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time code reformat


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 PostPosted: Sat Jul 04, 2009 2:54 pm   

Joined: Thu Oct 09, 2008 3:26 am
Posts: 15
Location: Columbus, OH
I've searched for time and reformat and can't find anything, so here it goes. I need a script to reformat hourly time in a log file from 4 digit (hhmm) to 2:2 digit (hh:mm). Awk might have the answer, but I'm not that good (yet =)) )


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 PostPosted: Mon Jul 06, 2009 12:46 am   
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Joined: Sat Jun 13, 2009 8:53 pm
Posts: 73
Location: Texas!
Well, if all of your log messages follow a pattern, then awk might work well. I don't know about the log files, so I don't know how many four digit numbers show up, but this sed script will catch all the ones that could be a hhmm time. Make sure that you don't redirect the output to the same file! It will be erased.
Code:
sed -e 's/\([0-2][0-9]\)\([0-5][0-9]\)/\1:\2/g' file > file.temp


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 PostPosted: Mon Jul 06, 2009 1:09 am   

Joined: Mon Nov 17, 2008 7:25 am
Posts: 221
You could do that, but does it matter if the time is not supposed to be 25:60?

Code:
sed -e 's/\([0-9]\{2\}\)/\1:/' file > new.file


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 PostPosted: Mon Jul 06, 2009 5:35 am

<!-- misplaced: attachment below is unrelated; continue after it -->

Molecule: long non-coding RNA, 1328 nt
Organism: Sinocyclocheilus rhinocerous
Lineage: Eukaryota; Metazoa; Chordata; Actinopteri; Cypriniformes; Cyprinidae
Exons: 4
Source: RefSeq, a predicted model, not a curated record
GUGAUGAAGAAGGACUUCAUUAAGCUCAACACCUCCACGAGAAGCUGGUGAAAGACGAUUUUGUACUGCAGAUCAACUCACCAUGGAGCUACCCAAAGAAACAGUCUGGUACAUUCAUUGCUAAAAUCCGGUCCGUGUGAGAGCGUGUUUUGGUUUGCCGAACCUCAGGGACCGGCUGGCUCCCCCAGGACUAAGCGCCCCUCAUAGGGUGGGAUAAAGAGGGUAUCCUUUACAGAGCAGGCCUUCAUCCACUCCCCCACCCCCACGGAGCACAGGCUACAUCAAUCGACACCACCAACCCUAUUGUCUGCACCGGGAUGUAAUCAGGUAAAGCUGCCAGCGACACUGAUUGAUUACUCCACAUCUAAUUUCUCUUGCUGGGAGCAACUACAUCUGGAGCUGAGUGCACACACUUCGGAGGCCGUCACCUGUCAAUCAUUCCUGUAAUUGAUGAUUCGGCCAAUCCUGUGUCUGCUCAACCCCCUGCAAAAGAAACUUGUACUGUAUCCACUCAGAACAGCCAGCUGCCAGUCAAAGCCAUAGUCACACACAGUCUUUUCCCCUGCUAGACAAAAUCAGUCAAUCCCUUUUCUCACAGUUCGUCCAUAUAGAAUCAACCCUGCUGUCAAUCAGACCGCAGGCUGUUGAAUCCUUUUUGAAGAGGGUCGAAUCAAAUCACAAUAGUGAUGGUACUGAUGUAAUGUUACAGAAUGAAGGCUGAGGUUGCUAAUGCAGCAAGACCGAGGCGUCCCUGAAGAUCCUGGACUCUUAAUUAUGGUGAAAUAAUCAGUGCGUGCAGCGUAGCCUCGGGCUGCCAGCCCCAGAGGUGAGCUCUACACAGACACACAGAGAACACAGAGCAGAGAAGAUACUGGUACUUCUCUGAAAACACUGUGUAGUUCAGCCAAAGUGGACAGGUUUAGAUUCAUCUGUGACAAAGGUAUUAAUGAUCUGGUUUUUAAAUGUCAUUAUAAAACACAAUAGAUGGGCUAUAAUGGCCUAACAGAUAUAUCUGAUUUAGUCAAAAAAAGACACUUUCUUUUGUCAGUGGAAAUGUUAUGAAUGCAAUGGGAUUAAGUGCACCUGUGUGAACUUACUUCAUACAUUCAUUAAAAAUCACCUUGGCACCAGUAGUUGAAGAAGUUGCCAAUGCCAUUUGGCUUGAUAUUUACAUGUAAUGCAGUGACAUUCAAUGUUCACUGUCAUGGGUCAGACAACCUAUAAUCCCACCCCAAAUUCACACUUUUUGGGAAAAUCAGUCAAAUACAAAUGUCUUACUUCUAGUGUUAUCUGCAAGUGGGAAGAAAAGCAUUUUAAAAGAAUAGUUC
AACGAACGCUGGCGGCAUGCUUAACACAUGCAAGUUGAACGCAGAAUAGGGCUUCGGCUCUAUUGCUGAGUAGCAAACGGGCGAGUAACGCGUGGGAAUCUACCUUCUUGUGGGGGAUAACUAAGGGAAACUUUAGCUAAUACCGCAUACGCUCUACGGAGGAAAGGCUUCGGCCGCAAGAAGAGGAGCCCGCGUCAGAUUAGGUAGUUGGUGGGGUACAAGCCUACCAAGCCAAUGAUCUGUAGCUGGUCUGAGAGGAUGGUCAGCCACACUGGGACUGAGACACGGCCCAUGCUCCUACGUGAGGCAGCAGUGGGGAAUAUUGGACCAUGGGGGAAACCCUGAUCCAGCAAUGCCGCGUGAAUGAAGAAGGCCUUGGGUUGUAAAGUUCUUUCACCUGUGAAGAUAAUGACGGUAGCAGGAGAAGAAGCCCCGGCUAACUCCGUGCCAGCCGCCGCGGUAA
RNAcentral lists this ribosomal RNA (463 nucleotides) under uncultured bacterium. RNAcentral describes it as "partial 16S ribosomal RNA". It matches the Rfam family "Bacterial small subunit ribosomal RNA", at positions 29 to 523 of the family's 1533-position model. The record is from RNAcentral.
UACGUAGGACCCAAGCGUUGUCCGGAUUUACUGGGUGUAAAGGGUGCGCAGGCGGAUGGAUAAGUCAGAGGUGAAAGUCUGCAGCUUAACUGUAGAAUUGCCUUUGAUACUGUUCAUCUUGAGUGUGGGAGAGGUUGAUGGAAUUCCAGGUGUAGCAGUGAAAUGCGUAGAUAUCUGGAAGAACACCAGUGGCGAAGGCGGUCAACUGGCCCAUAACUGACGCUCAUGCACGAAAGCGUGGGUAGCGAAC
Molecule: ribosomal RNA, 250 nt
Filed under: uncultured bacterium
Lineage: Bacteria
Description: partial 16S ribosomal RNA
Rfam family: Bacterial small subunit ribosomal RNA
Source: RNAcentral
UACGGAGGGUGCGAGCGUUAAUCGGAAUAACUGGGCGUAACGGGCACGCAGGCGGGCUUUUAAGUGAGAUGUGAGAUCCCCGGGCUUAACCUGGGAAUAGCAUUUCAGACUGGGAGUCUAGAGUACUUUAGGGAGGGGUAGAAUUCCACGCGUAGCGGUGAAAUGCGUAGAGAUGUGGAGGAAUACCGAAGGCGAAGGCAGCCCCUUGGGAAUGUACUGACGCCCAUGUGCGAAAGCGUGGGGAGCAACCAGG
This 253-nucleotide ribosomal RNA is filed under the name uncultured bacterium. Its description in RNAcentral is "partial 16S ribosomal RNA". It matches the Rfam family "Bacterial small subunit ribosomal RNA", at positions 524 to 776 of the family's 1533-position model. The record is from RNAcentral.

Joined: Thu Oct 09, 2008 3:26 am
Posts: 15
Location: Columbus, OH
Thank you very much for the help. I'll give both methods a try later today. Fyi, the log files are coming from the Space Weather Prediction Center's 1 minute update from the GOES 10 satellite 1 minute x-ray flux that measures solar flare output. Now, I just have to figure out how to trip a threshold alert and trap redundant trips. But I think I can handle that. Again, thx!!!!!
http://www.swpc.noaa.gov/ftpdir/lists/xray/G10xr_1m.txt

example truncated for brevity:

    :Data_list: G10xr_1m.txt
    :Created: 2009 Jul 06 1123 UTC
    # Prepared by the U.S. Dept. of Commerce, NOAA, Space Weather Prediction Center
    # Please send comments and suggestions to SWPC.Webmaster@noaa.gov
    #
    # Label: Short = 0.05- 0.4 nanometer
    # Label: Long = 0.1 - 0.8 nanometer
    # Units: Short = Watts per meter squared
    # Units: Long = Watts per meter squared
    # Source: GOES-10
    # Location: W061
    # Missing data: -1.00e+05
    #
    # 1-minute GOES-10 Solar X-ray Flux
    #
    # Modified Seconds
    # UTC Date Time Julian of the
    # YR MO DA HHMM Day Day Short Long
    #-------------------------------------------------------
    2009 07 06 1117 55018 40620 3.77e-09 9.46e-09
    2009 07 06 1118 55018 40680 3.75e-09 9.46e-09
    2009 07 06 1119 55018 40740 3.77e-09 9.47e-09
    2009 07 06 1120 55018 40800 3.75e-09 1.10e-08
    2009 07 06 1121 55018 40860 5.50e-09 2.59e-08
    2009 07 06 1122 55018 40920 5.68e-09 3.59e-08


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 PostPosted: Mon Jul 06, 2009 5:59 am   

Joined: Thu Oct 09, 2008 3:26 am
Posts: 15
Location: Columbus, OH
Reporting back. The first method works on the time format like I'd hoped, the second doesn't. And both hit on the 4-digit year in the first column. (should've included output example to begin with). Also, first method also hits on the sixth (seconds of the day) column. Is there a way to have sed operate only on the 4th? The header will be stripped by time (no pun) I employ the script. That's why I think awk with it's column oriented operation would be of use.